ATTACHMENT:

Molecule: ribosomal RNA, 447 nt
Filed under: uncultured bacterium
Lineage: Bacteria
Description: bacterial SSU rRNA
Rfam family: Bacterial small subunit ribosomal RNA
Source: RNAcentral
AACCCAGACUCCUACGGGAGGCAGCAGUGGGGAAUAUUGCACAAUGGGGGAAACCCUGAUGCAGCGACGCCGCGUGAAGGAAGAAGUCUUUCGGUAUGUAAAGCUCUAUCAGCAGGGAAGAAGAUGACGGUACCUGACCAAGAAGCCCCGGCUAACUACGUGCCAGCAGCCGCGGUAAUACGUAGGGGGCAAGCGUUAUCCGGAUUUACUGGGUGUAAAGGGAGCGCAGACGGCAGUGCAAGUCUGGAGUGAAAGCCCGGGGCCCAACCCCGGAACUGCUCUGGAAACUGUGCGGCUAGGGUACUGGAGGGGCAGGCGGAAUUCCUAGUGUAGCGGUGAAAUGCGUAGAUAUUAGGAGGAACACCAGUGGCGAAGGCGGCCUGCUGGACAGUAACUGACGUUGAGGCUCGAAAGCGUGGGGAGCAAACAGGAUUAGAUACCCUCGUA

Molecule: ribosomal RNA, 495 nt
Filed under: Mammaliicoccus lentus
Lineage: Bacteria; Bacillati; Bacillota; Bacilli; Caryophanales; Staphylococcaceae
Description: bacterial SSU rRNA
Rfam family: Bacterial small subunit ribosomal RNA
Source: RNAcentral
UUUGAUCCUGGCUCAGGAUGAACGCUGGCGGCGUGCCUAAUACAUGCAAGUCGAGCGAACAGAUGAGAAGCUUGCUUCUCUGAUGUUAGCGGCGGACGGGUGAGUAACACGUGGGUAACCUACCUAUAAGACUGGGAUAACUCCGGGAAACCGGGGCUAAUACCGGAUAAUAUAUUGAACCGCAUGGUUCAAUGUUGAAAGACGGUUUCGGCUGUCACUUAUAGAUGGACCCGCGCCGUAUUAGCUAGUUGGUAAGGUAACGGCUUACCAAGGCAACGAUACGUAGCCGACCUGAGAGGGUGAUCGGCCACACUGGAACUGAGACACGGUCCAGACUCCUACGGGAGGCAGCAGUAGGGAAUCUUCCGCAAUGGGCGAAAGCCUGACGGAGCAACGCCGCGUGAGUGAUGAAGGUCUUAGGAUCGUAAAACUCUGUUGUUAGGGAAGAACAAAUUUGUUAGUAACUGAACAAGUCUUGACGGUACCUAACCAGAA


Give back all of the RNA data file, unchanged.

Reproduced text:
Molecule: ribosomal RNA, 447 nt
Filed under: uncultured bacterium
Lineage: Bacteria
Description: bacterial SSU rRNA
Rfam family: Bacterial small subunit ribosomal RNA
Source: RNAcentral
AACCCAGACUCCUACGGGAGGCAGCAGUGGGGAAUAUUGCACAAUGGGGGAAACCCUGAUGCAGCGACGCCGCGUGAAGGAAGAAGUCUUUCGGUAUGUAAAGCUCUAUCAGCAGGGAAGAAGAUGACGGUACCUGACCAAGAAGCCCCGGCUAACUACGUGCCAGCAGCCGCGGUAAUACGUAGGGGGCAAGCGUUAUCCGGAUUUACUGGGUGUAAAGGGAGCGCAGACGGCAGUGCAAGUCUGGAGUGAAAGCCCGGGGCCCAACCCCGGAACUGCUCUGGAAACUGUGCGGCUAGGGUACUGGAGGGGCAGGCGGAAUUCCUAGUGUAGCGGUGAAAUGCGUAGAUAUUAGGAGGAACACCAGUGGCGAAGGCGGCCUGCUGGACAGUAACUGACGUUGAGGCUCGAAAGCGUGGGGAGCAAACAGGAUUAGAUACCCUCGUA

Molecule: ribosomal RNA, 495 nt
Filed under: Mammaliicoccus lentus
Lineage: Bacteria; Bacillati; Bacillota; Bacilli; Caryophanales; Staphylococcaceae
Description: bacterial SSU rRNA
Rfam family: Bacterial small subunit ribosomal RNA
Source: RNAcentral
UUUGAUCCUGGCUCAGGAUGAACGCUGGCGGCGUGCCUAAUACAUGCAAGUCGAGCGAACAGAUGAGAAGCUUGCUUCUCUGAUGUUAGCGGCGGACGGGUGAGUAACACGUGGGUAACCUACCUAUAAGACUGGGAUAACUCCGGGAAACCGGGGCUAAUACCGGAUAAUAUAUUGAACCGCAUGGUUCAAUGUUGAAAGACGGUUUCGGCUGUCACUUAUAGAUGGACCCGCGCCGUAUUAGCUAGUUGGUAAGGUAACGGCUUACCAAGGCAACGAUACGUAGCCGACCUGAGAGGGUGAUCGGCCACACUGGAACUGAGACACGGUCCAGACUCCUACGGGAGGCAGCAGUAGGGAAUCUUCCGCAAUGGGCGAAAGCCUGACGGAGCAACGCCGCGUGAGUGAUGAAGGUCUUAGGAUCGUAAAACUCUGUUGUUAGGGAAGAACAAAUUUGUUAGUAACUGAACAAGUCUUGACGGUACCUAACCAGAA